Yuneec is now producing the Typhoon H drone, which uses Intel’s RealSense sensor for obstacle-avoidance. This is the first time that Intel’s technology has been made available in a UAV.
It is, however, a long time in coming: Following Intel’s $60 million investment into Yuneec last December and their recent CES demonstration of the RealSense sensor’s obstacle-avoidance abilities.
The Typhoon H includes an Intel RealSense R200 sensor, which includes three separate cameras for capturing visual and stereoscopic infrared to measure depth. This information is processed using the Yuneec drone’s flight-control software running on Intel’s Atom processor.
Previously, Yuneec’s drones used sonic sensors, which were able to stop the drone before it collided with obstacles—not quite obstacle avoidance but enough to keep you from wrecking your investment with a moment of inattention. The new Intel technology offers the extra advantage of automatic re-rerouting in mid-flight. As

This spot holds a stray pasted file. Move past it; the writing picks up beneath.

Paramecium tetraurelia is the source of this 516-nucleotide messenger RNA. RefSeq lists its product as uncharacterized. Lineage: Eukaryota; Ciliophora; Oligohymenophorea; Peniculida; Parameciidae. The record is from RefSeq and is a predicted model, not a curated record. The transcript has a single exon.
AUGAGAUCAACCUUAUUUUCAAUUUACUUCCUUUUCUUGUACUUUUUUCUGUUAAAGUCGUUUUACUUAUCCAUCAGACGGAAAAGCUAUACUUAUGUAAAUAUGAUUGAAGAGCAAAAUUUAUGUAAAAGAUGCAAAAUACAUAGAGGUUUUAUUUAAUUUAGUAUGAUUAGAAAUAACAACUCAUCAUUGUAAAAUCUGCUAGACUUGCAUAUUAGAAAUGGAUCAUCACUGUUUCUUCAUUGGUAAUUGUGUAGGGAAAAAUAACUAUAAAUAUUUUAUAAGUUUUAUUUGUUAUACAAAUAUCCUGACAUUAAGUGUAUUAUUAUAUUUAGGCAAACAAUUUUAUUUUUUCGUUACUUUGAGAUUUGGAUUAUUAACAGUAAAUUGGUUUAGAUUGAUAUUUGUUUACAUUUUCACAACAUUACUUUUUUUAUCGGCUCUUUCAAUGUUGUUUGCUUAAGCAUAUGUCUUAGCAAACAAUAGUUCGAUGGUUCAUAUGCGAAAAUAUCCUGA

Intel explains, “with a combination of specialized cameras and sensors, this Intel system maps and learns its environments in 3D, recognizing each obstacle, planning an alternative route and navigating safely around it.”
Yuneec’s website explains further. The Typhoon H “builds a 3D model of the world, while navigating through it” (sounds a lot like SLAM to me).
Evidently, this model is stored in memory someplace, as Yuneec says that the Intel system is “capable of remembering its environment, further enhancing the prevention of possible collisions.” Once it encounters the same environment, it will remember where the obstacles were and avoid them.
Yuneec’s official language shows that this RealSense-equipped drone is intended mostly for non-commercial purposes—or at least film-specific purposes—like following a subject, or flying along a pre-programmed route for a limited period of time to get a shot. However, given the apparently powerful sensing, mapping, processing, and navigation technology on board, a commercial implementation is not outside the realm of possibility.
The RealSense-equipped system is priced at $1,900 in the US and expected to ship at the end of July.